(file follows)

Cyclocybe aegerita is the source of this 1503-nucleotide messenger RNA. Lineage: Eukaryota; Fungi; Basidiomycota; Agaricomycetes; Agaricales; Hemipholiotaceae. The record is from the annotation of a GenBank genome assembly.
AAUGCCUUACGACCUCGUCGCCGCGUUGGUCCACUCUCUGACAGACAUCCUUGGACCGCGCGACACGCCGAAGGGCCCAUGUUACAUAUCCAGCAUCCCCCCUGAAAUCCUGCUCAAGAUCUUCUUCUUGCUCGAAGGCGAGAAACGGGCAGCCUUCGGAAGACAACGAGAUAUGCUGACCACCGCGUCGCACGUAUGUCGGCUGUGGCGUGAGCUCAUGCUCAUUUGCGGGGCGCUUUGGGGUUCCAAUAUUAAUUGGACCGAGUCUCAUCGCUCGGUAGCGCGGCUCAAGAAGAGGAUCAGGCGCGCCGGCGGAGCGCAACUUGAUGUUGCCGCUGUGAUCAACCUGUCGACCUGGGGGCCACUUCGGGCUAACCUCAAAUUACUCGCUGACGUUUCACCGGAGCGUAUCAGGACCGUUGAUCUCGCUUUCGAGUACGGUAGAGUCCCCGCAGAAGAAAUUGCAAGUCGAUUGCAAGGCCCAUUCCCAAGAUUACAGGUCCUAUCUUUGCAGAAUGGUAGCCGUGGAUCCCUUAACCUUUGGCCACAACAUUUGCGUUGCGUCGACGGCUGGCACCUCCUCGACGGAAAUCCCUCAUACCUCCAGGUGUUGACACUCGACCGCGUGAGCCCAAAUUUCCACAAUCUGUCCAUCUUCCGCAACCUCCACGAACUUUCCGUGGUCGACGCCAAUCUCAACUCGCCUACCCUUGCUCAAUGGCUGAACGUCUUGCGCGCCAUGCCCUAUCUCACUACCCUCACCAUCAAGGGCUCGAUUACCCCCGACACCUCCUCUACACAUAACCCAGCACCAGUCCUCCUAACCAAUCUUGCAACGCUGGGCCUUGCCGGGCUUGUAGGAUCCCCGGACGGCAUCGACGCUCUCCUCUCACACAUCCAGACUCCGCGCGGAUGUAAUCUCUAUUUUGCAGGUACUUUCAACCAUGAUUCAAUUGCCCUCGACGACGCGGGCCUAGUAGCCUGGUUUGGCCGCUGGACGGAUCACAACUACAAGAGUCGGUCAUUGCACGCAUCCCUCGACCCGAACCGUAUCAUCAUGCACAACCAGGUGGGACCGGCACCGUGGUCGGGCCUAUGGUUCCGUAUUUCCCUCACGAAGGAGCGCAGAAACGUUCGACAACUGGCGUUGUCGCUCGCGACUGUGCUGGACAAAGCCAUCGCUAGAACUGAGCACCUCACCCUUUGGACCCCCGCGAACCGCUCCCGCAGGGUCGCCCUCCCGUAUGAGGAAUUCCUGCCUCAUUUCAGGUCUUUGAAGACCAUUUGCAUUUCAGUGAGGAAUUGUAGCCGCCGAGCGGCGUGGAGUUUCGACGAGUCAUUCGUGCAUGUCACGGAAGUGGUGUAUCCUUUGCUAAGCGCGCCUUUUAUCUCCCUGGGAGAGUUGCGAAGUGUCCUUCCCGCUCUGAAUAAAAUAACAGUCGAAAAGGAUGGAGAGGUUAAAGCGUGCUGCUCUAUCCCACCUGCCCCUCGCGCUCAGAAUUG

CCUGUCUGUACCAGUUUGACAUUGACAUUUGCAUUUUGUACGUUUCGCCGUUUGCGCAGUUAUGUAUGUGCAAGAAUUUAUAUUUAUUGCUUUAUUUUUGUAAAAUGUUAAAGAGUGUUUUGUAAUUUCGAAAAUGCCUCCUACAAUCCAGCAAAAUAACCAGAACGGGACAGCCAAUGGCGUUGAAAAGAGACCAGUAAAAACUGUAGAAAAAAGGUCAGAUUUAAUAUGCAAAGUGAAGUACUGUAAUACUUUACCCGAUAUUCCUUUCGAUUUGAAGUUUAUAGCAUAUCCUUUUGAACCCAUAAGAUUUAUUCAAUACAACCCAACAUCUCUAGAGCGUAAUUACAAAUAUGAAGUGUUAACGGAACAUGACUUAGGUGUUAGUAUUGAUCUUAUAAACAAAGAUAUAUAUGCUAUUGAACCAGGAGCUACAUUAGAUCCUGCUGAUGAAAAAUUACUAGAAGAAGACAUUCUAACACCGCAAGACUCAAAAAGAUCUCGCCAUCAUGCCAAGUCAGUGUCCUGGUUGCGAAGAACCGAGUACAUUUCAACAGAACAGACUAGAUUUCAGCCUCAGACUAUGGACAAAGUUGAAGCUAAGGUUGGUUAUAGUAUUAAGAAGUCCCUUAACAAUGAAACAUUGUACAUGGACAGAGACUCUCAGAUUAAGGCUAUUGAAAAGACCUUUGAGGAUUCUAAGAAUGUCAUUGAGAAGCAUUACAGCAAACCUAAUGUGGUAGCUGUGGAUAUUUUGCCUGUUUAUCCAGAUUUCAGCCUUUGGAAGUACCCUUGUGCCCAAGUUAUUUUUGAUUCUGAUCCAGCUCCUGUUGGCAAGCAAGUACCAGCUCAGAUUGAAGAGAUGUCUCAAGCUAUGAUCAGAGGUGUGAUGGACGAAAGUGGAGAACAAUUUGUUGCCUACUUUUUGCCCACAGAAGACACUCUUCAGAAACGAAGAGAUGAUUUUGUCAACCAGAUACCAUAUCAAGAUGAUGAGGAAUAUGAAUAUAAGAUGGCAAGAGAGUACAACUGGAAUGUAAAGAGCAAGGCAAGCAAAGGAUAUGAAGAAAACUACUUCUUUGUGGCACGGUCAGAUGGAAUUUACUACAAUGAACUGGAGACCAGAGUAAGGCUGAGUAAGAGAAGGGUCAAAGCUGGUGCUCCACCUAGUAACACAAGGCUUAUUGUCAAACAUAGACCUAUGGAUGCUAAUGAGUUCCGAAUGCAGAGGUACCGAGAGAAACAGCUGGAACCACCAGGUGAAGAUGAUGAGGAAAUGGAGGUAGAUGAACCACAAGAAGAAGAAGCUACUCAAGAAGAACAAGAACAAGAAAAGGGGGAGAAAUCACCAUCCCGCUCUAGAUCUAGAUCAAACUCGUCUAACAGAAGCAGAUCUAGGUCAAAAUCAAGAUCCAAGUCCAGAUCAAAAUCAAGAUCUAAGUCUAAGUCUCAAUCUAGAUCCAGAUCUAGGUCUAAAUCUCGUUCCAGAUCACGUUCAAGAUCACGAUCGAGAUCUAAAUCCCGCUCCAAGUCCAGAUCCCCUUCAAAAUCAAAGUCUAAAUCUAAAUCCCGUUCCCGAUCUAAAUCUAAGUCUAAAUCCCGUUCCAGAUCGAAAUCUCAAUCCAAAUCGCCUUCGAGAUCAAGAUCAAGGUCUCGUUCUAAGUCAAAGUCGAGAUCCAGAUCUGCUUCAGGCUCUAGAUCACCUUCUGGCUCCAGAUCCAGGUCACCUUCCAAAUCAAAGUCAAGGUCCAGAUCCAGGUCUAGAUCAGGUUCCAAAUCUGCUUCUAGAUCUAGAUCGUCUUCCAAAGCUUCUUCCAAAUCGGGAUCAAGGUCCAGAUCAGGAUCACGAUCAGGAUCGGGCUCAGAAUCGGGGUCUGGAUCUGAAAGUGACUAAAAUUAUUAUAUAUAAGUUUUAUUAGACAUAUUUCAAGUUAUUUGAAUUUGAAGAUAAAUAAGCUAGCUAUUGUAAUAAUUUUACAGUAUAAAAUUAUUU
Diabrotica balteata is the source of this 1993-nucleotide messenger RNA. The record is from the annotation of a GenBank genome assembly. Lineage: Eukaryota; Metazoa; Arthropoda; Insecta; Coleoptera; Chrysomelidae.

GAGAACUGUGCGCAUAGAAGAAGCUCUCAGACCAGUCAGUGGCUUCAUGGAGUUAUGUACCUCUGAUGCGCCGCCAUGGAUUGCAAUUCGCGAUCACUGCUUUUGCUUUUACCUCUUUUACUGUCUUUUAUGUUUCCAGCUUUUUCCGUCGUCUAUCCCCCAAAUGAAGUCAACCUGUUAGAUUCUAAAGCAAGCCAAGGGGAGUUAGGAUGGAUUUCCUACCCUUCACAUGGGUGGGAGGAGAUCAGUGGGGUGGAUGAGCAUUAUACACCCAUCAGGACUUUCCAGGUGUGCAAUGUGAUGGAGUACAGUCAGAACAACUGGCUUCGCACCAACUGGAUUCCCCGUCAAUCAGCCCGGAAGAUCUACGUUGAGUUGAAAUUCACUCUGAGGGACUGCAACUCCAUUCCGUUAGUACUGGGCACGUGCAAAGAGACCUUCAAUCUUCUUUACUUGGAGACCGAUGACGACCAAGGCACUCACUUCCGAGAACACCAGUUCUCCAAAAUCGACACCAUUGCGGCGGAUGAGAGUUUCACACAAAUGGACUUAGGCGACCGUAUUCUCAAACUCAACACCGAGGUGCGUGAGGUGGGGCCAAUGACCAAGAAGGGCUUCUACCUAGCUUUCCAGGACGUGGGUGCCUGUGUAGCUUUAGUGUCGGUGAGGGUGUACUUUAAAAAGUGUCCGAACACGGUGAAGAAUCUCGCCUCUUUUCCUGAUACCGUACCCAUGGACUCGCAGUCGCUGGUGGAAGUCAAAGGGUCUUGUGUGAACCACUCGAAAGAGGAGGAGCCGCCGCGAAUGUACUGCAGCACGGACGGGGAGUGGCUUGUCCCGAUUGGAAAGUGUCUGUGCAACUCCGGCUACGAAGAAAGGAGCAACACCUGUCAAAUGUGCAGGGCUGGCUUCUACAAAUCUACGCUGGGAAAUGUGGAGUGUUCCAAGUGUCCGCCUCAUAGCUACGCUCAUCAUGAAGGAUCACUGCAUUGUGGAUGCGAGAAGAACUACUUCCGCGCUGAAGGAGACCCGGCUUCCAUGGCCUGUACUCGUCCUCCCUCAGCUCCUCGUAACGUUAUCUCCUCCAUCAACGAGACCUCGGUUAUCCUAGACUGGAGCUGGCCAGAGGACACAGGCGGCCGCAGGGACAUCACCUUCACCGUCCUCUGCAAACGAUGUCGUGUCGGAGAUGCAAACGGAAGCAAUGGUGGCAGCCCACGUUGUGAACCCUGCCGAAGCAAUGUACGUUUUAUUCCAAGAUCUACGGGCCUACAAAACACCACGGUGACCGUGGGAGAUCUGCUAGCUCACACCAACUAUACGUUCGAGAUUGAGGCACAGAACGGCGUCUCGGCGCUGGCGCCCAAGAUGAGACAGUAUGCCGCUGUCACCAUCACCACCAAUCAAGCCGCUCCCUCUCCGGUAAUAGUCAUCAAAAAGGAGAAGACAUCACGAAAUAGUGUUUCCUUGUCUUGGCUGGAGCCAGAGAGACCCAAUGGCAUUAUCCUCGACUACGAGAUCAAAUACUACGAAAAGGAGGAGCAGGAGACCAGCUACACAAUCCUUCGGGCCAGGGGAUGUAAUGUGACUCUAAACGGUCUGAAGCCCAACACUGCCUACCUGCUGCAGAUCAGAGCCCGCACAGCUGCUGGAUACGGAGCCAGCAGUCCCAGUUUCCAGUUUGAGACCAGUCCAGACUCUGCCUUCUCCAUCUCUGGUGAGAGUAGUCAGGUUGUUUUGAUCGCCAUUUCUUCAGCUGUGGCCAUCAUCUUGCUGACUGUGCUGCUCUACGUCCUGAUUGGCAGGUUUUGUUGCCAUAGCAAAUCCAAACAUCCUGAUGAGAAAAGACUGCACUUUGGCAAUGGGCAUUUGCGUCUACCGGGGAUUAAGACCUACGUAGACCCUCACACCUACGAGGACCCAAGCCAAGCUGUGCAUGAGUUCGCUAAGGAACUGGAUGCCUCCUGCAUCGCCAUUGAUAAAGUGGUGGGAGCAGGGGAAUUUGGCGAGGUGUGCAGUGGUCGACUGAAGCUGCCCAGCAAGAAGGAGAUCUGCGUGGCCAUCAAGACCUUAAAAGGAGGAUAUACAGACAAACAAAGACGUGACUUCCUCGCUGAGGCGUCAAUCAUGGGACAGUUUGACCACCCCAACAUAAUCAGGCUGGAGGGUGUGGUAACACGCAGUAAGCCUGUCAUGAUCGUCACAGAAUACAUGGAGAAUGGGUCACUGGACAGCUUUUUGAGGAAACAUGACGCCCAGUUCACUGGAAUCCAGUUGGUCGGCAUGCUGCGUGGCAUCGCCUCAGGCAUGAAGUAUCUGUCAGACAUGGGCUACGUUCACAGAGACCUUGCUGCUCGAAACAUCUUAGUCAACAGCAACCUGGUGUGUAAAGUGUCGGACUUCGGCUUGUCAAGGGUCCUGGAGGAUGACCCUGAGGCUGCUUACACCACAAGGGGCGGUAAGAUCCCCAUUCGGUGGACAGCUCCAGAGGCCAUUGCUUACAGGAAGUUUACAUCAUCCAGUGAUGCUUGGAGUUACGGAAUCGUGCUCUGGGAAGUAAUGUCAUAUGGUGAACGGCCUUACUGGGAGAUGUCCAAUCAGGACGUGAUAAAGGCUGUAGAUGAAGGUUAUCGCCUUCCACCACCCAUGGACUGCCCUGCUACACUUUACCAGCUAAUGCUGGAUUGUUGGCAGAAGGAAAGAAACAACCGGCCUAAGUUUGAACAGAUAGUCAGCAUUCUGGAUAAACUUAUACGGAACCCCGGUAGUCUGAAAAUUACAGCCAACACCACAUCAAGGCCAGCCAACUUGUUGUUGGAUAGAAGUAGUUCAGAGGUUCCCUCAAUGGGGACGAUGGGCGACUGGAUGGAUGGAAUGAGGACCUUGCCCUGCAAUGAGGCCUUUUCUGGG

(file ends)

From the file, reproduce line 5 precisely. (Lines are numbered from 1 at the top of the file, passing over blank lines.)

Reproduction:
GAGAACUGUGCGCAUAGAAGAAGCUCUCAGACCAGUCAGUGGCUUCAUGGAGUUAUGUACCUCUGAUGCGCCGCCAUGGAUUGCAAUUCGCGAUCACUGCUUUUGCUUUUACCUCUUUUACUGUCUUUUAUGUUUCCAGCUUUUUCCGUCGUCUAUCCCCCAAAUGAAGUCAACCUGUUAGAUUCUAAAGCAAGCCAAGGGGAGUUAGGAUGGAUUUCCUACCCUUCACAUGGGUGGGAGGAGAUCAGUGGGGUGGAUGAGCAUUAUACACCCAUCAGGACUUUCCAGGUGUGCAAUGUGAUGGAGUACAGUCAGAACAACUGGCUUCGCACCAACUGGAUUCCCCGUCAAUCAGCCCGGAAGAUCUACGUUGAGUUGAAAUUCACUCUGAGGGACUGCAACUCCAUUCCGUUAGUACUGGGCACGUGCAAAGAGACCUUCAAUCUUCUUUACUUGGAGACCGAUGACGACCAAGGCACUCACUUCCGAGAACACCAGUUCUCCAAAAUCGACACCAUUGCGGCGGAUGAGAGUUUCACACAAAUGGACUUAGGCGACCGUAUUCUCAAACUCAACACCGAGGUGCGUGAGGUGGGGCCAAUGACCAAGAAGGGCUUCUACCUAGCUUUCCAGGACGUGGGUGCCUGUGUAGCUUUAGUGUCGGUGAGGGUGUACUUUAAAAAGUGUCCGAACACGGUGAAGAAUCUCGCCUCUUUUCCUGAUACCGUACCCAUGGACUCGCAGUCGCUGGUGGAAGUCAAAGGGUCUUGUGUGAACCACUCGAAAGAGGAGGAGCCGCCGCGAAUGUACUGCAGCACGGACGGGGAGUGGCUUGUCCCGAUUGGAAAGUGUCUGUGCAACUCCGGCUACGAAGAAAGGAGCAACACCUGUCAAAUGUGCAGGGCUGGCUUCUACAAAUCUACGCUGGGAAAUGUGGAGUGUUCCAAGUGUCCGCCUCAUAGCUACGCUCAUCAUGAAGGAUCACUGCAUUGUGGAUGCGAGAAGAACUACUUCCGCGCUGAAGGAGACCCGGCUUCCAUGGCCUGUACUCGUCCUCCCUCAGCUCCUCGUAACGUUAUCUCCUCCAUCAACGAGACCUCGGUUAUCCUAGACUGGAGCUGGCCAGAGGACACAGGCGGCCGCAGGGACAUCACCUUCACCGUCCUCUGCAAACGAUGUCGUGUCGGAGAUGCAAACGGAAGCAAUGGUGGCAGCCCACGUUGUGAACCCUGCCGAAGCAAUGUACGUUUUAUUCCAAGAUCUACGGGCCUACAAAACACCACGGUGACCGUGGGAGAUCUGCUAGCUCACACCAACUAUACGUUCGAGAUUGAGGCACAGAACGGCGUCUCGGCGCUGGCGCCCAAGAUGAGACAGUAUGCCGCUGUCACCAUCACCACCAAUCAAGCCGCUCCCUCUCCGGUAAUAGUCAUCAAAAAGGAGAAGACAUCACGAAAUAGUGUUUCCUUGUCUUGGCUGGAGCCAGAGAGACCCAAUGGCAUUAUCCUCGACUACGAGAUCAAAUACUACGAAAAGGAGGAGCAGGAGACCAGCUACACAAUCCUUCGGGCCAGGGGAUGUAAUGUGACUCUAAACGGUCUGAAGCCCAACACUGCCUACCUGCUGCAGAUCAGAGCCCGCACAGCUGCUGGAUACGGAGCCAGCAGUCCCAGUUUCCAGUUUGAGACCAGUCCAGACUCUGCCUUCUCCAUCUCUGGUGAGAGUAGUCAGGUUGUUUUGAUCGCCAUUUCUUCAGCUGUGGCCAUCAUCUUGCUGACUGUGCUGCUCUACGUCCUGAUUGGCAGGUUUUGUUGCCAUAGCAAAUCCAAACAUCCUGAUGAGAAAAGACUGCACUUUGGCAAUGGGCAUUUGCGUCUACCGGGGAUUAAGACCUACGUAGACCCUCACACCUACGAGGACCCAAGCCAAGCUGUGCAUGAGUUCGCUAAGGAACUGGAUGCCUCCUGCAUCGCCAUUGAUAAAGUGGUGGGAGCAGGGGAAUUUGGCGAGGUGUGCAGUGGUCGACUGAAGCUGCCCAGCAAGAAGGAGAUCUGCGUGGCCAUCAAGACCUUAAAAGGAGGAUAUACAGACAAACAAAGACGUGACUUCCUCGCUGAGGCGUCAAUCAUGGGACAGUUUGACCACCCCAACAUAAUCAGGCUGGAGGGUGUGGUAACACGCAGUAAGCCUGUCAUGAUCGUCACAGAAUACAUGGAGAAUGGGUCACUGGACAGCUUUUUGAGGAAACAUGACGCCCAGUUCACUGGAAUCCAGUUGGUCGGCAUGCUGCGUGGCAUCGCCUCAGGCAUGAAGUAUCUGUCAGACAUGGGCUACGUUCACAGAGACCUUGCUGCUCGAAACAUCUUAGUCAACAGCAACCUGGUGUGUAAAGUGUCGGACUUCGGCUUGUCAAGGGUCCUGGAGGAUGACCCUGAGGCUGCUUACACCACAAGGGGCGGUAAGAUCCCCAUUCGGUGGACAGCUCCAGAGGCCAUUGCUUACAGGAAGUUUACAUCAUCCAGUGAUGCUUGGAGUUACGGAAUCGUGCUCUGGGAAGUAAUGUCAUAUGGUGAACGGCCUUACUGGGAGAUGUCCAAUCAGGACGUGAUAAAGGCUGUAGAUGAAGGUUAUCGCCUUCCACCACCCAUGGACUGCCCUGCUACACUUUACCAGCUAAUGCUGGAUUGUUGGCAGAAGGAAAGAAACAACCGGCCUAAGUUUGAACAGAUAGUCAGCAUUCUGGAUAAACUUAUACGGAACCCCGGUAGUCUGAAAAUUACAGCCAACACCACAUCAAGGCCAGCCAACUUGUUGUUGGAUAGAAGUAGUUCAGAGGUUCCCUCAAUGGGGACGAUGGGCGACUGGAUGGAUGGAAUGAGGACCUUGCCCUGCAAUGAGGCCUUUUCUGGG